That’s it; there are no other silver bullets hiding out there that can work their magic on your business.
The lowest-hanging fruit any of you have is your existing customers; attracting new customers is an expensive proposition — think what it costs to convince them to walk through your front doors in terms of advertising investment, establishing a value proposition they buy into that’s better than where they’re buying now, etc.
Don’t get me wrong; you want these new customers, but the most cost-efficient and effective way to increase your sales (and profits) lies with your existing customers. I constantly hear many IGCs scream that the mass marketers are “stealing” their customers away, forcing them to focus all of their efforts and resources to get new ones, but I personally believe they’re blaming the wrong people for their problems. Sure, there are some of your existing customers who will respond to the box stores’ price value message, but they’re not the loyal customers you want over the long haul anyway. They’ll always jump ship for the sake of a nickel.
Most of the blame for existing customer fallout is the IGC itself for not providing a positive experience and developing a relationship with current customers — one that transcends price. Unless you have a product or service that no one else in your marketplace offers (something difficult to do in today’s marketplace), you leave yourself wide open to being cannibalized by your competition.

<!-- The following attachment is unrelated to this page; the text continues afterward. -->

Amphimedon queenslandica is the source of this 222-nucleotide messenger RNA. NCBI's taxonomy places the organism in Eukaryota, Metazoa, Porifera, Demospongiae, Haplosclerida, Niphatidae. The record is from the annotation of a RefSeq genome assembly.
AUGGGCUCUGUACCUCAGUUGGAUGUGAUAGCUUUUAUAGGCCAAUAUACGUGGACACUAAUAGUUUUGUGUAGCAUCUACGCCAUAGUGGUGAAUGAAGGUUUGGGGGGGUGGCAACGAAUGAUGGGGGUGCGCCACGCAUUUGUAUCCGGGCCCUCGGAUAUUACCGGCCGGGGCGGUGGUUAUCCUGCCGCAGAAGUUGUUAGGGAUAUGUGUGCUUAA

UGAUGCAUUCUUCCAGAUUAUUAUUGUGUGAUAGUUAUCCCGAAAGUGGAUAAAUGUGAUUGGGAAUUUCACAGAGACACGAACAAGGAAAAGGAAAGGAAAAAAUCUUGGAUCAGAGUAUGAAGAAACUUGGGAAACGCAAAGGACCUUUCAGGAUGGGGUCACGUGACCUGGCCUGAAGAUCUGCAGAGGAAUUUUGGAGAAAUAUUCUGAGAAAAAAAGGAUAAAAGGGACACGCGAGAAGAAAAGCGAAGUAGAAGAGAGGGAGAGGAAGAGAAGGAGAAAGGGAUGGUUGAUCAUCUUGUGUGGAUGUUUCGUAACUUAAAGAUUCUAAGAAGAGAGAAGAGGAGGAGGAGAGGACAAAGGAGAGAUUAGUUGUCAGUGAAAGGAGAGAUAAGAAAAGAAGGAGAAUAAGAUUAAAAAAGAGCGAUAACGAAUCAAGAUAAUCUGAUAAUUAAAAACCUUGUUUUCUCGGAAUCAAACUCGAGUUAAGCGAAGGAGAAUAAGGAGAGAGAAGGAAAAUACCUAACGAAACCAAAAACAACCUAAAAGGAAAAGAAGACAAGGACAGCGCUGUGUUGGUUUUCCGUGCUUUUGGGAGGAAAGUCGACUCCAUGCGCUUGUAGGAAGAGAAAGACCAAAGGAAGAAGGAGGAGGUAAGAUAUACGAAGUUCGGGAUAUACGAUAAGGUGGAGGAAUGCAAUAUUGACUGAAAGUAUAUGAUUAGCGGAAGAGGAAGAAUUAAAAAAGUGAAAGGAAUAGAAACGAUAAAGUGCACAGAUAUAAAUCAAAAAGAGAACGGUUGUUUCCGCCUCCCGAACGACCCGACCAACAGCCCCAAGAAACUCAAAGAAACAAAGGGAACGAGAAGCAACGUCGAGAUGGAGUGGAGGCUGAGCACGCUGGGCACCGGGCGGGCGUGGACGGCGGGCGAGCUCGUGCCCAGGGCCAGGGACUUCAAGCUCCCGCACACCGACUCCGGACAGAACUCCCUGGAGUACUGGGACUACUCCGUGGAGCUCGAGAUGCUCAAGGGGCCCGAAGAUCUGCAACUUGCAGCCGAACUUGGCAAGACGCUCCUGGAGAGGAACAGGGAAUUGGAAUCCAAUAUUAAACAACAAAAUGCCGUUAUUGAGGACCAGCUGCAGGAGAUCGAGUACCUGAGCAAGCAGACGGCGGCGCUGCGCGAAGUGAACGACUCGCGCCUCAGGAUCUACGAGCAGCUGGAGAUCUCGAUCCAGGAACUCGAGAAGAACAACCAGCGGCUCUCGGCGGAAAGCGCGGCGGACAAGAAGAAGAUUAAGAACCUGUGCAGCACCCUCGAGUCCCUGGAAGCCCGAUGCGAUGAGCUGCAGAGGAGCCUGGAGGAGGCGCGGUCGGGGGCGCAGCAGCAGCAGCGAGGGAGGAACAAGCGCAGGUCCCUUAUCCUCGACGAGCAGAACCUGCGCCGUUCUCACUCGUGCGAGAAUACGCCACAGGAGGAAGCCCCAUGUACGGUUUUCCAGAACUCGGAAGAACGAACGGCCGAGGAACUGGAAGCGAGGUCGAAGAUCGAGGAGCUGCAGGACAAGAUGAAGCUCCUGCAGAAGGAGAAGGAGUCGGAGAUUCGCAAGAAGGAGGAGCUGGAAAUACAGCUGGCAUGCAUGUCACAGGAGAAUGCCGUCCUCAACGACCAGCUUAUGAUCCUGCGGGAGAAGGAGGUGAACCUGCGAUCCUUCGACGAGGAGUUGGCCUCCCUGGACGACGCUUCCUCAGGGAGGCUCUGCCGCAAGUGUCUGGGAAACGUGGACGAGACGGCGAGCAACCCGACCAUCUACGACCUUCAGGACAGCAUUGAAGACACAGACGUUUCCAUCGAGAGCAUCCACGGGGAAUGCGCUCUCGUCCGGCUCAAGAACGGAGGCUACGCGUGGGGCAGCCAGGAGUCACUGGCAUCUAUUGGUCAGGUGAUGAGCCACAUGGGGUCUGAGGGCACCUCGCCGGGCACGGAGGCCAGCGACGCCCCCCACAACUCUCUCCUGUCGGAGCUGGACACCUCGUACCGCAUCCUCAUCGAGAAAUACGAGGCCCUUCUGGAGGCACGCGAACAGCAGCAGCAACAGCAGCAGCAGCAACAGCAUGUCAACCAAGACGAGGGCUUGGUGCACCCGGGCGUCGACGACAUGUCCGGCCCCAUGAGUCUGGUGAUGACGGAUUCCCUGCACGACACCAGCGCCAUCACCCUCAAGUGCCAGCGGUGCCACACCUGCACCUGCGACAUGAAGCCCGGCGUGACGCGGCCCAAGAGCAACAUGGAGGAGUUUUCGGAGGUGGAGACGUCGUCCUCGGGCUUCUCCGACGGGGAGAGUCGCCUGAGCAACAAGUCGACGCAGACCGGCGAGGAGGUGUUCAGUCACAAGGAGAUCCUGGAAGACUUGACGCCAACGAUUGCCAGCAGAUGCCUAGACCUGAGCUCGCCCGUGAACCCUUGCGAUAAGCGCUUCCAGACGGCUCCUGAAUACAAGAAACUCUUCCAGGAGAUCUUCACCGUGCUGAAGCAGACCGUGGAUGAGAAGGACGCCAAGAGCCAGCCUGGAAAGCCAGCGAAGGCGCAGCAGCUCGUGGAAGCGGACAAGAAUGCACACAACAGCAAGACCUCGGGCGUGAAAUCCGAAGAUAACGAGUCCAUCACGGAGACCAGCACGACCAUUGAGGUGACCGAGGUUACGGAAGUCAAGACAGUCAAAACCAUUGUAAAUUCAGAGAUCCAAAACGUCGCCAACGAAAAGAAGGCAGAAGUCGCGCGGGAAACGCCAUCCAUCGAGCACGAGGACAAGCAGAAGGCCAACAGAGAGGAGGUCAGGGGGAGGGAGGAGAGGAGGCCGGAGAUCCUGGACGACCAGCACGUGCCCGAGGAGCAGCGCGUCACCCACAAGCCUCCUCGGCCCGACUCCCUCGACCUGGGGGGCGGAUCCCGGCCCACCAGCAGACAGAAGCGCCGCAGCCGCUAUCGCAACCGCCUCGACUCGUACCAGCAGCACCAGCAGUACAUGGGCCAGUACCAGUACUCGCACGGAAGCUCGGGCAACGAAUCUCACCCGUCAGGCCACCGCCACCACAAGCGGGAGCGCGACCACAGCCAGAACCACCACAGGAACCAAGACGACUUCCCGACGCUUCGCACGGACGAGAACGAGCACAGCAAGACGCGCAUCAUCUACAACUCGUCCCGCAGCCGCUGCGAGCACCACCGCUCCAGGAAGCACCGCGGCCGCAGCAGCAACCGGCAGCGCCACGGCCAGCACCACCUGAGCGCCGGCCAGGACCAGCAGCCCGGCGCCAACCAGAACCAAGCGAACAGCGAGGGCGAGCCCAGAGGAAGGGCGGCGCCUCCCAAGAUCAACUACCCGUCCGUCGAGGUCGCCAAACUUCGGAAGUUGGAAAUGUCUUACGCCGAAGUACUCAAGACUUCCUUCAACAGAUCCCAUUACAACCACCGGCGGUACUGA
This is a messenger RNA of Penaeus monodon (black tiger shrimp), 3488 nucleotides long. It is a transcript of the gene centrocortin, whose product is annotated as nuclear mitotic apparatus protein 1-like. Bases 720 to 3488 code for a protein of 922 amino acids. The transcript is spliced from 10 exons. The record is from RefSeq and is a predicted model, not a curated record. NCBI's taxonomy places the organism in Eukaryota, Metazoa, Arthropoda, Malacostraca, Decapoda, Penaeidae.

Creating an Experience
But offering and developing an experiential relationship with your existing customers is something that you can exploit to your benefit — it’s something that is not easily replicated by your competition, and not something that has to cost you a lot of money to instill into the DNA or culture of your company. It’s basically common sense put into action. It’s turning the “golden rule” into practice. And it all starts with you and your employees and the customers already coming through your front door. I could list many ways you can start doing this, but let’s start with one that I believe is essential.
First, burn every policy manual you have. Instead, develop guidelines and work on getting your employees to understand their roles in establishing long-term relationships with your customers, one visit at a time. Give them some latitude (in management speak, “empower” them) to interpret these guidelines to set things right with the customer. Yes, this requires you to trust that they’ll make the right decisions, but, if you’ve done your job right, 95% of the on-the-spot decisions they make will be for the benefit of both you and the customer.
These small decisions they make may cost you a very small profit but consider this an investment in establishing a lifetime value relationship with your customers. And remember, too, that the satisfied and loyal customers that you create from doing the right things become your strongest advocates, praising your glories to their friends, the best and most effective (and cheapest) form of advertising. From my personal experience, Columbia Sportswear learned this lesson years ago and still practices it today, setting them far above their competition and creating strong relationships and unmatched loyalty.
There’s a lot to be learned from your experiences as a customer of other retailers that you can apply (or hopefully not apply) or incorporate into your own business model. It’s something for you to ponder.